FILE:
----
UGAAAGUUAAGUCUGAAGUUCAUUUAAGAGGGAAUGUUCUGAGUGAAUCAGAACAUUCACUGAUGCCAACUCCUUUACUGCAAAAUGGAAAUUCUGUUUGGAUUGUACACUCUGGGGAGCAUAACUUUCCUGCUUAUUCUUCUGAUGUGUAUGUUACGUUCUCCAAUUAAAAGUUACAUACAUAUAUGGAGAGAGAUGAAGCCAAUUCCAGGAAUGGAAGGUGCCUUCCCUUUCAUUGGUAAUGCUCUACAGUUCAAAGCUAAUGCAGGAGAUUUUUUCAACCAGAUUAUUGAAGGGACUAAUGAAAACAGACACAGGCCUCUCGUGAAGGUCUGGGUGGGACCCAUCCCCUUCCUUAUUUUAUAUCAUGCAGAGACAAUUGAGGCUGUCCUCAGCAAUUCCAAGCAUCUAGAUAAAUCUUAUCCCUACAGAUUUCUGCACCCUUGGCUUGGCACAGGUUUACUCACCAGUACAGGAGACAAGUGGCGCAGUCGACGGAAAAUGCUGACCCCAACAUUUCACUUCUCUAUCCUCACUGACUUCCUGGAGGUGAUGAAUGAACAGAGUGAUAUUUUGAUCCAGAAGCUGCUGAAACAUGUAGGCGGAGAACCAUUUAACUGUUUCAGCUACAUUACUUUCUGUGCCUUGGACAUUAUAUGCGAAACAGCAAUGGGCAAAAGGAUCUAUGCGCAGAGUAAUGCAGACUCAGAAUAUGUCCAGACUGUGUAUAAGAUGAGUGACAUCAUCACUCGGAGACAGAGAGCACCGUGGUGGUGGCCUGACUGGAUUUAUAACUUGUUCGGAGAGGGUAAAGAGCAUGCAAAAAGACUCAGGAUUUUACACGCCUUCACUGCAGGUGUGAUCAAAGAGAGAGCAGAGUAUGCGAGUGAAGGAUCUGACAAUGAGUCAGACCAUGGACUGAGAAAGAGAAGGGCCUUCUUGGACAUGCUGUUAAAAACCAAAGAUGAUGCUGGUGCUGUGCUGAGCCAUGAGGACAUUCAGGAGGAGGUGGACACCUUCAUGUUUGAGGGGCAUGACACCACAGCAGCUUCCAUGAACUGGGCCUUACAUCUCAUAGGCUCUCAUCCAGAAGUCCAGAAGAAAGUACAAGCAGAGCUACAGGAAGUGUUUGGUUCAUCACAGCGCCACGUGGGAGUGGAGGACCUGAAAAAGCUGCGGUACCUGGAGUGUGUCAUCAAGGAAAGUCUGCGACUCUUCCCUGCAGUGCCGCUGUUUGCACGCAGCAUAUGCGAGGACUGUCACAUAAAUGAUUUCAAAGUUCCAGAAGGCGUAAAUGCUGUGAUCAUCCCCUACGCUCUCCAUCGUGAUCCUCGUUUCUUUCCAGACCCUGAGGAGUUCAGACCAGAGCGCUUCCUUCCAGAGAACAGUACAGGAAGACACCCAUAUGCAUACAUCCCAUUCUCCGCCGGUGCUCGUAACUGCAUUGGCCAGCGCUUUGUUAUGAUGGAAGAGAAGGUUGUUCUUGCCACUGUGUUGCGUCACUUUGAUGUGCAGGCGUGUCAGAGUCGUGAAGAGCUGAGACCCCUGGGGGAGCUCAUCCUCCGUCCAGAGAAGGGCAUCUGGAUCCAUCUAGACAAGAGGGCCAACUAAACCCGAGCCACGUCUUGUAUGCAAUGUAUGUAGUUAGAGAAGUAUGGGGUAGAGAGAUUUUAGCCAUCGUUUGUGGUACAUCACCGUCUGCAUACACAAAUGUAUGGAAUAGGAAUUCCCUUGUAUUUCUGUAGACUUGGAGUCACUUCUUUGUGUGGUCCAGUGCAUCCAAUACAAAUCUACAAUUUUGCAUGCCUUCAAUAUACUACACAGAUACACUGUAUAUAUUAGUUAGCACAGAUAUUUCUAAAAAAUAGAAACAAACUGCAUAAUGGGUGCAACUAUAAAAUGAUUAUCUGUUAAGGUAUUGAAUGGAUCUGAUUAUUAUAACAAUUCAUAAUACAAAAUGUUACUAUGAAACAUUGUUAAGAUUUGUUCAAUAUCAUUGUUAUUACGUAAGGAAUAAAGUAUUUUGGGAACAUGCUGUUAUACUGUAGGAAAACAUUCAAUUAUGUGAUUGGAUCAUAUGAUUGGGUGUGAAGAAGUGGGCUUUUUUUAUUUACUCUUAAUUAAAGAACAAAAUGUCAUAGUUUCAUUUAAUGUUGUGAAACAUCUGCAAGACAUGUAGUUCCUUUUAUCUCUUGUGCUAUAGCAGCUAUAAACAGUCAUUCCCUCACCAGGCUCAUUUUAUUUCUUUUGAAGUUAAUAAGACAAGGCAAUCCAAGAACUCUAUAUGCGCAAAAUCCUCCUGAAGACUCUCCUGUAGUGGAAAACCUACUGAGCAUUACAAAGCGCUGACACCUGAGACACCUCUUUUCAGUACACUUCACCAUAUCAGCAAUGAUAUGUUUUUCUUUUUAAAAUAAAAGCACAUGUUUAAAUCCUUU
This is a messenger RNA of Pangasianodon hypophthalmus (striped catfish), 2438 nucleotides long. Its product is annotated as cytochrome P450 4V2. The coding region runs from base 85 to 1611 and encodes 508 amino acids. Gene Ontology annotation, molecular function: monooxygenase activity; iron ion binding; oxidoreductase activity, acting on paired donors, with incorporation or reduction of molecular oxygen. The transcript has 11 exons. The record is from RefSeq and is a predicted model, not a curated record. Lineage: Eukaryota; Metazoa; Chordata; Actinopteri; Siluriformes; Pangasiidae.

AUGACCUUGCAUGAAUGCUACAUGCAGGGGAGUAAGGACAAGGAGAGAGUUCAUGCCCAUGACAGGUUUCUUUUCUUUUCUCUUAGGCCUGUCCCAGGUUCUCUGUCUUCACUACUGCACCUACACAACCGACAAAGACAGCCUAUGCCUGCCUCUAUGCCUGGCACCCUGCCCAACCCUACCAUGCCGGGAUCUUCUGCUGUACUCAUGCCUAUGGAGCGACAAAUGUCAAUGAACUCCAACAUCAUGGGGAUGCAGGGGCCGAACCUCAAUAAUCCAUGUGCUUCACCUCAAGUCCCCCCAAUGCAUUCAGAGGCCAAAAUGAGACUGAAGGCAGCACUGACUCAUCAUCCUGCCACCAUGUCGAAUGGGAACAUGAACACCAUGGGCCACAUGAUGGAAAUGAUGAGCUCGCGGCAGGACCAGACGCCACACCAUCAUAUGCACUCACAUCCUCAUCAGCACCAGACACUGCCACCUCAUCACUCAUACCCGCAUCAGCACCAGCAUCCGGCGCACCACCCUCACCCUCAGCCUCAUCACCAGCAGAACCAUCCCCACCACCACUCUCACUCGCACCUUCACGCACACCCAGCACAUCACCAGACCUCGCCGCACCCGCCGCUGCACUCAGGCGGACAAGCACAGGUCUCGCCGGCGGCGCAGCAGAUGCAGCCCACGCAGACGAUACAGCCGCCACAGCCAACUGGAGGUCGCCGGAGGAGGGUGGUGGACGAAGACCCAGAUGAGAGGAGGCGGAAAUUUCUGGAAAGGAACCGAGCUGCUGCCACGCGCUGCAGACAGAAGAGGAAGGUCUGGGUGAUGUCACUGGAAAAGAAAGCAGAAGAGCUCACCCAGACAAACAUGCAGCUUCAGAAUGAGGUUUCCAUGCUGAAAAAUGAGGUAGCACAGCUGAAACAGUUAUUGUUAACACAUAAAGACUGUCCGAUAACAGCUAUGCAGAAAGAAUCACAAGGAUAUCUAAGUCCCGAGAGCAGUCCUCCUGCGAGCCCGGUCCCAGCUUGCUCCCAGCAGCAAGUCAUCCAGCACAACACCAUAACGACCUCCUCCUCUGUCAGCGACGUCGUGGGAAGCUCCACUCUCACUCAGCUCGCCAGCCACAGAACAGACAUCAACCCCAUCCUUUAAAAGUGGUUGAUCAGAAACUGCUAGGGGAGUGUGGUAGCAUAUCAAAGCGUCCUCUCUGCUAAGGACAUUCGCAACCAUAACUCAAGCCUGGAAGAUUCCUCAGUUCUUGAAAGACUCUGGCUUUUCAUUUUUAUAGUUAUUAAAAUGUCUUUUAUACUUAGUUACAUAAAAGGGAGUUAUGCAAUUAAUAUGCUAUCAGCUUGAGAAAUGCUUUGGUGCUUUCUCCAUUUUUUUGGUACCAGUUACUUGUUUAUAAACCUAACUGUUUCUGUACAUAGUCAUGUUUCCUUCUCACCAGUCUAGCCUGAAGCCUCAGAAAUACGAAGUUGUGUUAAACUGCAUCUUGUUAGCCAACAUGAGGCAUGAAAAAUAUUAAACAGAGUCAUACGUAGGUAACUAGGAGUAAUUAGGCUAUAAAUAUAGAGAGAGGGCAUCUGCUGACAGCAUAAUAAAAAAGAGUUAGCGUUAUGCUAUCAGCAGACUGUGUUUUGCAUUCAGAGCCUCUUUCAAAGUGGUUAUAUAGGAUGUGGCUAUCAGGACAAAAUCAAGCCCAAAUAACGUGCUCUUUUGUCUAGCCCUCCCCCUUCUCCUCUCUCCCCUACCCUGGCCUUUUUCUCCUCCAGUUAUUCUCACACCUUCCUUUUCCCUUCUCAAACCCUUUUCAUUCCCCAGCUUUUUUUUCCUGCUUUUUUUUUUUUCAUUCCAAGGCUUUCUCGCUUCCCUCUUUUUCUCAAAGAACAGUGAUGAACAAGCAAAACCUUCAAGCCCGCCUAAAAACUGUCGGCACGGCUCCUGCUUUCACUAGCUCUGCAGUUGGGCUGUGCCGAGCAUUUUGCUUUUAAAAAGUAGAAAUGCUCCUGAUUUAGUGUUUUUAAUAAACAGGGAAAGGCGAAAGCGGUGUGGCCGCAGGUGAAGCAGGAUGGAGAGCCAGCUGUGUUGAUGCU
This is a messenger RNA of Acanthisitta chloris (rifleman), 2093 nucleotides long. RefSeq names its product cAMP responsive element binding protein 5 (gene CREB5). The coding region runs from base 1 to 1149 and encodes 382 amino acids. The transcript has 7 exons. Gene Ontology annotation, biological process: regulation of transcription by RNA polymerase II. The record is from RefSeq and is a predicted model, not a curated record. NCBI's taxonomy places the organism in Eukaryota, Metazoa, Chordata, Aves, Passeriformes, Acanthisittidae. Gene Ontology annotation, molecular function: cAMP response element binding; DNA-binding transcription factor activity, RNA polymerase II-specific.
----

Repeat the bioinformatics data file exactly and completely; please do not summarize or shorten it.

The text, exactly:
UGAAAGUUAAGUCUGAAGUUCAUUUAAGAGGGAAUGUUCUGAGUGAAUCAGAACAUUCACUGAUGCCAACUCCUUUACUGCAAAAUGGAAAUUCUGUUUGGAUUGUACACUCUGGGGAGCAUAACUUUCCUGCUUAUUCUUCUGAUGUGUAUGUUACGUUCUCCAAUUAAAAGUUACAUACAUAUAUGGAGAGAGAUGAAGCCAAUUCCAGGAAUGGAAGGUGCCUUCCCUUUCAUUGGUAAUGCUCUACAGUUCAAAGCUAAUGCAGGAGAUUUUUUCAACCAGAUUAUUGAAGGGACUAAUGAAAACAGACACAGGCCUCUCGUGAAGGUCUGGGUGGGACCCAUCCCCUUCCUUAUUUUAUAUCAUGCAGAGACAAUUGAGGCUGUCCUCAGCAAUUCCAAGCAUCUAGAUAAAUCUUAUCCCUACAGAUUUCUGCACCCUUGGCUUGGCACAGGUUUACUCACCAGUACAGGAGACAAGUGGCGCAGUCGACGGAAAAUGCUGACCCCAACAUUUCACUUCUCUAUCCUCACUGACUUCCUGGAGGUGAUGAAUGAACAGAGUGAUAUUUUGAUCCAGAAGCUGCUGAAACAUGUAGGCGGAGAACCAUUUAACUGUUUCAGCUACAUUACUUUCUGUGCCUUGGACAUUAUAUGCGAAACAGCAAUGGGCAAAAGGAUCUAUGCGCAGAGUAAUGCAGACUCAGAAUAUGUCCAGACUGUGUAUAAGAUGAGUGACAUCAUCACUCGGAGACAGAGAGCACCGUGGUGGUGGCCUGACUGGAUUUAUAACUUGUUCGGAGAGGGUAAAGAGCAUGCAAAAAGACUCAGGAUUUUACACGCCUUCACUGCAGGUGUGAUCAAAGAGAGAGCAGAGUAUGCGAGUGAAGGAUCUGACAAUGAGUCAGACCAUGGACUGAGAAAGAGAAGGGCCUUCUUGGACAUGCUGUUAAAAACCAAAGAUGAUGCUGGUGCUGUGCUGAGCCAUGAGGACAUUCAGGAGGAGGUGGACACCUUCAUGUUUGAGGGGCAUGACACCACAGCAGCUUCCAUGAACUGGGCCUUACAUCUCAUAGGCUCUCAUCCAGAAGUCCAGAAGAAAGUACAAGCAGAGCUACAGGAAGUGUUUGGUUCAUCACAGCGCCACGUGGGAGUGGAGGACCUGAAAAAGCUGCGGUACCUGGAGUGUGUCAUCAAGGAAAGUCUGCGACUCUUCCCUGCAGUGCCGCUGUUUGCACGCAGCAUAUGCGAGGACUGUCACAUAAAUGAUUUCAAAGUUCCAGAAGGCGUAAAUGCUGUGAUCAUCCCCUACGCUCUCCAUCGUGAUCCUCGUUUCUUUCCAGACCCUGAGGAGUUCAGACCAGAGCGCUUCCUUCCAGAGAACAGUACAGGAAGACACCCAUAUGCAUACAUCCCAUUCUCCGCCGGUGCUCGUAACUGCAUUGGCCAGCGCUUUGUUAUGAUGGAAGAGAAGGUUGUUCUUGCCACUGUGUUGCGUCACUUUGAUGUGCAGGCGUGUCAGAGUCGUGAAGAGCUGAGACCCCUGGGGGAGCUCAUCCUCCGUCCAGAGAAGGGCAUCUGGAUCCAUCUAGACAAGAGGGCCAACUAAACCCGAGCCACGUCUUGUAUGCAAUGUAUGUAGUUAGAGAAGUAUGGGGUAGAGAGAUUUUAGCCAUCGUUUGUGGUACAUCACCGUCUGCAUACACAAAUGUAUGGAAUAGGAAUUCCCUUGUAUUUCUGUAGACUUGGAGUCACUUCUUUGUGUGGUCCAGUGCAUCCAAUACAAAUCUACAAUUUUGCAUGCCUUCAAUAUACUACACAGAUACACUGUAUAUAUUAGUUAGCACAGAUAUUUCUAAAAAAUAGAAACAAACUGCAUAAUGGGUGCAACUAUAAAAUGAUUAUCUGUUAAGGUAUUGAAUGGAUCUGAUUAUUAUAACAAUUCAUAAUACAAAAUGUUACUAUGAAACAUUGUUAAGAUUUGUUCAAUAUCAUUGUUAUUACGUAAGGAAUAAAGUAUUUUGGGAACAUGCUGUUAUACUGUAGGAAAACAUUCAAUUAUGUGAUUGGAUCAUAUGAUUGGGUGUGAAGAAGUGGGCUUUUUUUAUUUACUCUUAAUUAAAGAACAAAAUGUCAUAGUUUCAUUUAAUGUUGUGAAACAUCUGCAAGACAUGUAGUUCCUUUUAUCUCUUGUGCUAUAGCAGCUAUAAACAGUCAUUCCCUCACCAGGCUCAUUUUAUUUCUUUUGAAGUUAAUAAGACAAGGCAAUCCAAGAACUCUAUAUGCGCAAAAUCCUCCUGAAGACUCUCCUGUAGUGGAAAACCUACUGAGCAUUACAAAGCGCUGACACCUGAGACACCUCUUUUCAGUACACUUCACCAUAUCAGCAAUGAUAUGUUUUUCUUUUUAAAAUAAAAGCACAUGUUUAAAUCCUUU
This is a messenger RNA of Pangasianodon hypophthalmus (striped catfish), 2438 nucleotides long. Its product is annotated as cytochrome P450 4V2. The coding region runs from base 85 to 1611 and encodes 508 amino acids. Gene Ontology annotation, molecular function: monooxygenase activity; iron ion binding; oxidoreductase activity, acting on paired donors, with incorporation or reduction of molecular oxygen. The transcript has 11 exons. The record is from RefSeq and is a predicted model, not a curated record. Lineage: Eukaryota; Metazoa; Chordata; Actinopteri; Siluriformes; Pangasiidae.

AUGACCUUGCAUGAAUGCUACAUGCAGGGGAGUAAGGACAAGGAGAGAGUUCAUGCCCAUGACAGGUUUCUUUUCUUUUCUCUUAGGCCUGUCCCAGGUUCUCUGUCUUCACUACUGCACCUACACAACCGACAAAGACAGCCUAUGCCUGCCUCUAUGCCUGGCACCCUGCCCAACCCUACCAUGCCGGGAUCUUCUGCUGUACUCAUGCCUAUGGAGCGACAAAUGUCAAUGAACUCCAACAUCAUGGGGAUGCAGGGGCCGAACCUCAAUAAUCCAUGUGCUUCACCUCAAGUCCCCCCAAUGCAUUCAGAGGCCAAAAUGAGACUGAAGGCAGCACUGACUCAUCAUCCUGCCACCAUGUCGAAUGGGAACAUGAACACCAUGGGCCACAUGAUGGAAAUGAUGAGCUCGCGGCAGGACCAGACGCCACACCAUCAUAUGCACUCACAUCCUCAUCAGCACCAGACACUGCCACCUCAUCACUCAUACCCGCAUCAGCACCAGCAUCCGGCGCACCACCCUCACCCUCAGCCUCAUCACCAGCAGAACCAUCCCCACCACCACUCUCACUCGCACCUUCACGCACACCCAGCACAUCACCAGACCUCGCCGCACCCGCCGCUGCACUCAGGCGGACAAGCACAGGUCUCGCCGGCGGCGCAGCAGAUGCAGCCCACGCAGACGAUACAGCCGCCACAGCCAACUGGAGGUCGCCGGAGGAGGGUGGUGGACGAAGACCCAGAUGAGAGGAGGCGGAAAUUUCUGGAAAGGAACCGAGCUGCUGCCACGCGCUGCAGACAGAAGAGGAAGGUCUGGGUGAUGUCACUGGAAAAGAAAGCAGAAGAGCUCACCCAGACAAACAUGCAGCUUCAGAAUGAGGUUUCCAUGCUGAAAAAUGAGGUAGCACAGCUGAAACAGUUAUUGUUAACACAUAAAGACUGUCCGAUAACAGCUAUGCAGAAAGAAUCACAAGGAUAUCUAAGUCCCGAGAGCAGUCCUCCUGCGAGCCCGGUCCCAGCUUGCUCCCAGCAGCAAGUCAUCCAGCACAACACCAUAACGACCUCCUCCUCUGUCAGCGACGUCGUGGGAAGCUCCACUCUCACUCAGCUCGCCAGCCACAGAACAGACAUCAACCCCAUCCUUUAAAAGUGGUUGAUCAGAAACUGCUAGGGGAGUGUGGUAGCAUAUCAAAGCGUCCUCUCUGCUAAGGACAUUCGCAACCAUAACUCAAGCCUGGAAGAUUCCUCAGUUCUUGAAAGACUCUGGCUUUUCAUUUUUAUAGUUAUUAAAAUGUCUUUUAUACUUAGUUACAUAAAAGGGAGUUAUGCAAUUAAUAUGCUAUCAGCUUGAGAAAUGCUUUGGUGCUUUCUCCAUUUUUUUGGUACCAGUUACUUGUUUAUAAACCUAACUGUUUCUGUACAUAGUCAUGUUUCCUUCUCACCAGUCUAGCCUGAAGCCUCAGAAAUACGAAGUUGUGUUAAACUGCAUCUUGUUAGCCAACAUGAGGCAUGAAAAAUAUUAAACAGAGUCAUACGUAGGUAACUAGGAGUAAUUAGGCUAUAAAUAUAGAGAGAGGGCAUCUGCUGACAGCAUAAUAAAAAAGAGUUAGCGUUAUGCUAUCAGCAGACUGUGUUUUGCAUUCAGAGCCUCUUUCAAAGUGGUUAUAUAGGAUGUGGCUAUCAGGACAAAAUCAAGCCCAAAUAACGUGCUCUUUUGUCUAGCCCUCCCCCUUCUCCUCUCUCCCCUACCCUGGCCUUUUUCUCCUCCAGUUAUUCUCACACCUUCCUUUUCCCUUCUCAAACCCUUUUCAUUCCCCAGCUUUUUUUUCCUGCUUUUUUUUUUUUCAUUCCAAGGCUUUCUCGCUUCCCUCUUUUUCUCAAAGAACAGUGAUGAACAAGCAAAACCUUCAAGCCCGCCUAAAAACUGUCGGCACGGCUCCUGCUUUCACUAGCUCUGCAGUUGGGCUGUGCCGAGCAUUUUGCUUUUAAAAAGUAGAAAUGCUCCUGAUUUAGUGUUUUUAAUAAACAGGGAAAGGCGAAAGCGGUGUGGCCGCAGGUGAAGCAGGAUGGAGAGCCAGCUGUGUUGAUGCU
This is a messenger RNA of Acanthisitta chloris (rifleman), 2093 nucleotides long. RefSeq names its product cAMP responsive element binding protein 5 (gene CREB5). The coding region runs from base 1 to 1149 and encodes 382 amino acids. The transcript has 7 exons. Gene Ontology annotation, biological process: regulation of transcription by RNA polymerase II. The record is from RefSeq and is a predicted model, not a curated record. NCBI's taxonomy places the organism in Eukaryota, Metazoa, Chordata, Aves, Passeriformes, Acanthisittidae. Gene Ontology annotation, molecular function: cAMP response element binding; DNA-binding transcription factor activity, RNA polymerase II-specific.